Lithium-ion (Li-ion) batteries will continue to dominate the stationary energy storage sector, according to Lux Research.
The dominance is not total, however. Lux found that a new approach, current generation flow battery technology, “has an economic case for certain very large and long-duration applications.”
The press release on the study says that Li-ion has lowered “levelized” cost of storage (LCOS) for the majority of system sizes and durations. However, space requirements are leading to greater costs at higher scales. That is creating an opportunity for flow battery technology, according to research analyst Tim Grejtak, who wrote the report.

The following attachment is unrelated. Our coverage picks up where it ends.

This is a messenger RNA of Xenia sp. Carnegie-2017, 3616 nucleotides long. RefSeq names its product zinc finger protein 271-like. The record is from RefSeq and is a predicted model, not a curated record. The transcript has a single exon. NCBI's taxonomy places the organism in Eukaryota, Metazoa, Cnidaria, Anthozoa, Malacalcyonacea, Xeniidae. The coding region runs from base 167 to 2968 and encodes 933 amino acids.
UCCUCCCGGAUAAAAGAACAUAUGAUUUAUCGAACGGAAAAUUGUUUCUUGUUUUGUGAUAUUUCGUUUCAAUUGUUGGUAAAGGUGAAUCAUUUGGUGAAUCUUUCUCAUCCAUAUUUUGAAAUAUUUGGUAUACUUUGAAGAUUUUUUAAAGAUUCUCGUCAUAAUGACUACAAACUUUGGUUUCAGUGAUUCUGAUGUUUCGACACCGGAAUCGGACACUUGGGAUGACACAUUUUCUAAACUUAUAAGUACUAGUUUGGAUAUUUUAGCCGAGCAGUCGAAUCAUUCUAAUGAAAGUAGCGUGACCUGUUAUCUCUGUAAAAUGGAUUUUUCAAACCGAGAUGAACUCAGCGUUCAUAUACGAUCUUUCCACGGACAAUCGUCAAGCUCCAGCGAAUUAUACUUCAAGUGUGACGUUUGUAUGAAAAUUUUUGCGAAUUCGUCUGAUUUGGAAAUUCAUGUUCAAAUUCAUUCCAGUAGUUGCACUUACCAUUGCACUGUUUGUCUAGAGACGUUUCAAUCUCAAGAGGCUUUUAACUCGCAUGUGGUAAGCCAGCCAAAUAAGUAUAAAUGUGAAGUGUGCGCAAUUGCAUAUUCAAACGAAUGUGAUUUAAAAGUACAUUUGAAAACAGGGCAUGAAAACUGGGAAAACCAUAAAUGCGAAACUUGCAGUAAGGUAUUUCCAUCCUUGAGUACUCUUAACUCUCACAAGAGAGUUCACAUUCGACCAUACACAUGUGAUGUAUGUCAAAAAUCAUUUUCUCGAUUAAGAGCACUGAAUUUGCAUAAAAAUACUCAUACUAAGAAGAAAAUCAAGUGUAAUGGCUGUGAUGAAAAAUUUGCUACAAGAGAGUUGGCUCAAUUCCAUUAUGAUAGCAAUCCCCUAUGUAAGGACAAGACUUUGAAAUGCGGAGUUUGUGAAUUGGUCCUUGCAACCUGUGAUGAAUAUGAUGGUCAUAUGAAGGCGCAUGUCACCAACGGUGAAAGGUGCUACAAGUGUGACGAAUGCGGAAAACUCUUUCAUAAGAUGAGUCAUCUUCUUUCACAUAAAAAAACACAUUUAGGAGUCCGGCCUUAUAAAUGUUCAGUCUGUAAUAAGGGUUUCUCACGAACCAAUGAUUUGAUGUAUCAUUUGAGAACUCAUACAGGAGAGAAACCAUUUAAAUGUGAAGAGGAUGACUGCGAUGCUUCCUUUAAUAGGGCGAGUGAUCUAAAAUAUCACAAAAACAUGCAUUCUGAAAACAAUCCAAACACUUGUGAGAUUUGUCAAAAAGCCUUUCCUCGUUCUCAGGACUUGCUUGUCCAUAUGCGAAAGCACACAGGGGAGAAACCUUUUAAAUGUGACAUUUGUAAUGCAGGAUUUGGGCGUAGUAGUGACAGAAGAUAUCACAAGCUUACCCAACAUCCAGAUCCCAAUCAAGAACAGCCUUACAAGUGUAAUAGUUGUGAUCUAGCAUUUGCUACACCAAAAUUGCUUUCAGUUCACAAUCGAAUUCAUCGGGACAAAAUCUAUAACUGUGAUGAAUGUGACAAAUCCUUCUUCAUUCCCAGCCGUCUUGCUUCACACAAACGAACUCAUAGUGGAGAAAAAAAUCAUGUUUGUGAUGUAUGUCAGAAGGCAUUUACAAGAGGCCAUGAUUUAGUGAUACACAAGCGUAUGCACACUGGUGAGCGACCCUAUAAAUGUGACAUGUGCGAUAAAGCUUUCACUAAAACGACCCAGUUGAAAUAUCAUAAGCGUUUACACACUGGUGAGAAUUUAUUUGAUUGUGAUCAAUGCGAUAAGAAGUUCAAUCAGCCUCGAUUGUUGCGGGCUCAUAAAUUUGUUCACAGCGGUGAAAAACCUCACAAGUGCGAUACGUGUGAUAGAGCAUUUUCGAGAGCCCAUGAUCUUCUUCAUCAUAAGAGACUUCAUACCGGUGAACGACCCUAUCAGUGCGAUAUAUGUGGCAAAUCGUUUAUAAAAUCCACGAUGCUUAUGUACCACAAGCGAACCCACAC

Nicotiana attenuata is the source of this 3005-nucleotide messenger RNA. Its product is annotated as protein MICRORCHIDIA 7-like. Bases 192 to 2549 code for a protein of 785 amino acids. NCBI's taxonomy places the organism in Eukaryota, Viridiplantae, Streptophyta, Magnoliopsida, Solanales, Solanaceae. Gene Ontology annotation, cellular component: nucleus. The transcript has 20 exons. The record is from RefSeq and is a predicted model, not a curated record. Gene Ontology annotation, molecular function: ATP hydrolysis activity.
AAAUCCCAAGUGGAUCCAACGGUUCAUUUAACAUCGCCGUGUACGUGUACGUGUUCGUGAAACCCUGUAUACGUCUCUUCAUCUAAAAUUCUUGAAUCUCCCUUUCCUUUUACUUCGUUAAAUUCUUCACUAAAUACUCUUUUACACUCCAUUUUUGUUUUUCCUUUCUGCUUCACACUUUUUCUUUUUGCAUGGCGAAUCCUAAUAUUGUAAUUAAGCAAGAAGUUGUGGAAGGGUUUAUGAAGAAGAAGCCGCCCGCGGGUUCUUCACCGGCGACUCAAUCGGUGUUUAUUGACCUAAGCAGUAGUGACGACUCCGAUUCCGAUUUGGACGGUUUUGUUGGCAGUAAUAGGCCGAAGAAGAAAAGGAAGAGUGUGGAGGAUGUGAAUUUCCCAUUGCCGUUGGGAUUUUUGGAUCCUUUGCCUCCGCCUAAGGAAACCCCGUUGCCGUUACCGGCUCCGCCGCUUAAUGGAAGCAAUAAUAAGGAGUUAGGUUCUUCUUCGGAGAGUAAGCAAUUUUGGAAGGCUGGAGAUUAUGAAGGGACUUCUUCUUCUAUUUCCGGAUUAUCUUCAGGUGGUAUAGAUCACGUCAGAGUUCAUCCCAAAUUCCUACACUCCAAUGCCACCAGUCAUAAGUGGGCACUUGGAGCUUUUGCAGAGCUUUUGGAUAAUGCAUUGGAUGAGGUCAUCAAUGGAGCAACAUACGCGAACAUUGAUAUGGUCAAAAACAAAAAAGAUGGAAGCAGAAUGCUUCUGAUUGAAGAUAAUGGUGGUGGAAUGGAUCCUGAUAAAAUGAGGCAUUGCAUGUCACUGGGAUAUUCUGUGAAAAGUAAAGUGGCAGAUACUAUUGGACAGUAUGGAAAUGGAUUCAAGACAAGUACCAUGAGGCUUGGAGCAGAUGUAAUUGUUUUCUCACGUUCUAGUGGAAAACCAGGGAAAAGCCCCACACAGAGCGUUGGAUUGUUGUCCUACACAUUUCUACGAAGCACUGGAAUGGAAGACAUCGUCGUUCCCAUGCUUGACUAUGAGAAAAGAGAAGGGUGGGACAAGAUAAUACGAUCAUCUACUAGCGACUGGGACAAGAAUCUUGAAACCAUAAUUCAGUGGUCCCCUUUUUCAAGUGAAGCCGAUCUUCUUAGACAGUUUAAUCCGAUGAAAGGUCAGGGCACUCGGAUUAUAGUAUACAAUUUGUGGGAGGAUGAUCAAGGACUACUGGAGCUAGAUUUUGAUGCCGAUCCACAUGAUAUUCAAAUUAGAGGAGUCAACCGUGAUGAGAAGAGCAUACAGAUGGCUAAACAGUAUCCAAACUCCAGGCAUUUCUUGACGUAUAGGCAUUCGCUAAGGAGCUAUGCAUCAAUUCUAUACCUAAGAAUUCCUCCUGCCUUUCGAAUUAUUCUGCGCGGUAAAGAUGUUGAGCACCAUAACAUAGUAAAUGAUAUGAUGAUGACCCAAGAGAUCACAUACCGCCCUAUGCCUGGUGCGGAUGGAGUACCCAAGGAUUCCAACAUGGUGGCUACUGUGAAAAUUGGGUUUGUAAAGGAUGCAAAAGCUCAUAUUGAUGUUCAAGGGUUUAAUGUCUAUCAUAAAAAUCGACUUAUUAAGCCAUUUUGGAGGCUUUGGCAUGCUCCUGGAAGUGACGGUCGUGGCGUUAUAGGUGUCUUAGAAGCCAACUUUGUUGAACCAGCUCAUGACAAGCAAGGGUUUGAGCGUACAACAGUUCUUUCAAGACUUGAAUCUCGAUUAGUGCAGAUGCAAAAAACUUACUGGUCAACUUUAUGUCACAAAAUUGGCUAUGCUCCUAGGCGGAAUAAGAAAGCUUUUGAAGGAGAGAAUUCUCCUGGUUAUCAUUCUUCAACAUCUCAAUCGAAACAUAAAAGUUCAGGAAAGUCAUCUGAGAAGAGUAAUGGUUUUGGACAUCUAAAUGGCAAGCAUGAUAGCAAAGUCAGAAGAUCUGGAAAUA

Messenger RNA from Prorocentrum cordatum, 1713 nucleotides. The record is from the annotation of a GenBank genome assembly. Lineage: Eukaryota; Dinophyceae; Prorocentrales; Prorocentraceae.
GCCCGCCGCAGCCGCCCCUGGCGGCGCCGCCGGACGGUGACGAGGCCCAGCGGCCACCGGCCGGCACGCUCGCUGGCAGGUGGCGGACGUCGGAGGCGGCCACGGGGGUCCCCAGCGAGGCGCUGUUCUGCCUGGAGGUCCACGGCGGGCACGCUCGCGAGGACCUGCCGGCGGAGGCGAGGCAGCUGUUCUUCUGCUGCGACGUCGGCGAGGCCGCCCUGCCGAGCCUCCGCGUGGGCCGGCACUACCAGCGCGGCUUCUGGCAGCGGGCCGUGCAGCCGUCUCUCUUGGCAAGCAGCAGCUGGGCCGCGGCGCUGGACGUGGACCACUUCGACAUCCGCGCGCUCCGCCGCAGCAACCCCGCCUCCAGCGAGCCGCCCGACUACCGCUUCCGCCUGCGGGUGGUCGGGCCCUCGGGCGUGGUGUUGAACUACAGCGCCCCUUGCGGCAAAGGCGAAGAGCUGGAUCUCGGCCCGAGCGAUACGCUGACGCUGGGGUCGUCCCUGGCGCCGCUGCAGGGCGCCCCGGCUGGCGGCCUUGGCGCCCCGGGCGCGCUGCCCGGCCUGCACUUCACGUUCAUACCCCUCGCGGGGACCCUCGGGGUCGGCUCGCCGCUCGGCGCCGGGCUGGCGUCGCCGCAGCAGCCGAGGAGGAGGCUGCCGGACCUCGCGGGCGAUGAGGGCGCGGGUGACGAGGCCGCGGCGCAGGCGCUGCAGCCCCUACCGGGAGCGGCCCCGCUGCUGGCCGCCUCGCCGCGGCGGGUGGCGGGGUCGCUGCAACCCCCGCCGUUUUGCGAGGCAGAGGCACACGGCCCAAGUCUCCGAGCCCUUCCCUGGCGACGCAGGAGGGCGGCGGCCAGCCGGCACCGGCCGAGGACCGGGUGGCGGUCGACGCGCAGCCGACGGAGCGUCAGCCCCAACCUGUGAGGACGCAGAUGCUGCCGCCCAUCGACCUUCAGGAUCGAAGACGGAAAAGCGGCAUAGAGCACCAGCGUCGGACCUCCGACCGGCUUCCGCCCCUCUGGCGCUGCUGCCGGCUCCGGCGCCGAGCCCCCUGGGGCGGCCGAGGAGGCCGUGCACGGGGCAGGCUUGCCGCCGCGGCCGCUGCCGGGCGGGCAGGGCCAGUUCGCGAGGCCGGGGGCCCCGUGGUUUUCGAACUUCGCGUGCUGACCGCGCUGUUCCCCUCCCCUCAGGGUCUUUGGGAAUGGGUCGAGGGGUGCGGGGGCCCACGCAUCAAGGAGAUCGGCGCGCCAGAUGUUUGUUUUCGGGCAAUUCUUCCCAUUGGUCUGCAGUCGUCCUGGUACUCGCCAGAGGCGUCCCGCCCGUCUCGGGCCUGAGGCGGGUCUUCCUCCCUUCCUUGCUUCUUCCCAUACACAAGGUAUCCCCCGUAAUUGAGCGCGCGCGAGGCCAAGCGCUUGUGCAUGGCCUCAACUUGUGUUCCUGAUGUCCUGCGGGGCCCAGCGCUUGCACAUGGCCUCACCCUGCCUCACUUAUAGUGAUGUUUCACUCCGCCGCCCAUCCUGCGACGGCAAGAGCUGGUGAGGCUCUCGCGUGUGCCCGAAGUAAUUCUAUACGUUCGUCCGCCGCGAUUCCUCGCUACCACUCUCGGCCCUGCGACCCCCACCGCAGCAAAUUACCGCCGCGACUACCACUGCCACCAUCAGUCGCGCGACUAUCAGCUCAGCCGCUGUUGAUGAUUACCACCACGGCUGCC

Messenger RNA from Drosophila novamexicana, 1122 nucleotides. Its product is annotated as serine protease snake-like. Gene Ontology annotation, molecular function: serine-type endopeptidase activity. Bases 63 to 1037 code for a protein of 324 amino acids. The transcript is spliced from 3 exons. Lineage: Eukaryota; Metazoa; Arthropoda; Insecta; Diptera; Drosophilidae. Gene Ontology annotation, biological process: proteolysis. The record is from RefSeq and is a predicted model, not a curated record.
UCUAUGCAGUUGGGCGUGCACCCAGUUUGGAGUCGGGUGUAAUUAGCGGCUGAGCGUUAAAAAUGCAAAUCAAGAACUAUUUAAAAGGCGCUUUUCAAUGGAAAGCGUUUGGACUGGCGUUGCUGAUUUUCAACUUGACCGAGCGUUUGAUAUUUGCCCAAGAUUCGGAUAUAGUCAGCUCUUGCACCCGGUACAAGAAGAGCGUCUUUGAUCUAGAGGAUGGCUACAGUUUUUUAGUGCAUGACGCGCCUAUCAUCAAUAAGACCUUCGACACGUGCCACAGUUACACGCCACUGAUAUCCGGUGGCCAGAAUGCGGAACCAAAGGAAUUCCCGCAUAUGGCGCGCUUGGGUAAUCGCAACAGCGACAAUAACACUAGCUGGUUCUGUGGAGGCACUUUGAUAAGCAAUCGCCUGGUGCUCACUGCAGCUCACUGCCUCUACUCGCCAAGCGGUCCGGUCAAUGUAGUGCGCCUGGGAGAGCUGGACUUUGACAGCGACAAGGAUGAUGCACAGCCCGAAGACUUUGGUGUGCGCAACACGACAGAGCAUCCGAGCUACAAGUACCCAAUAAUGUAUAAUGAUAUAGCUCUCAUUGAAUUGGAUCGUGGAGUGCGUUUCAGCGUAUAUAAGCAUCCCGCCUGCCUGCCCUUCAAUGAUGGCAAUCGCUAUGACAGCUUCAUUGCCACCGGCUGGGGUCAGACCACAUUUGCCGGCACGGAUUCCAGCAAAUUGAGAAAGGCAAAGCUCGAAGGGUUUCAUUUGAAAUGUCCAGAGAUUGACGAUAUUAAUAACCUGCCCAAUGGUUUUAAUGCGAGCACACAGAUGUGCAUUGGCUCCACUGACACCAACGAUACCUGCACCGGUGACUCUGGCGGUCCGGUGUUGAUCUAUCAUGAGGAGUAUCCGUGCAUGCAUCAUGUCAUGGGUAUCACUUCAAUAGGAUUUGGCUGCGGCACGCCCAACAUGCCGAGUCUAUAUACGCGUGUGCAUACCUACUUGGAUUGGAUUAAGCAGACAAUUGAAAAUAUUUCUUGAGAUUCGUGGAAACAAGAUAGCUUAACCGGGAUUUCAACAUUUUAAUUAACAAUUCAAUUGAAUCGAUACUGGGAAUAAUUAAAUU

The release offered some numbers to buttress the main finding that Li-ion is dominant:
Li-ion beats the most popular vanadium-based flow battery technology on LCOS due to higher round-trip efficiency (83% vs. 65%). Li-ion also dominates the application space from 75 kW to 100 MW, and from 15 minutes of storage to eight hours, with costs above $0.37/kWh.
The study also suggests that new technology, such as Lockheed Martin’s metal complex chemistry that is expected to be available next year, will change the economics of the sector and that diversification is a good approach as prices fall.
Apparently, the thought that li-ion batteries are not optimal for large implementations is not universal. Power Magazine last month showcased a 30 MW, 120 MWh system that was put into service by San Diego Gas & Electric. It is, according to the story, the largest li-ion battery in the world.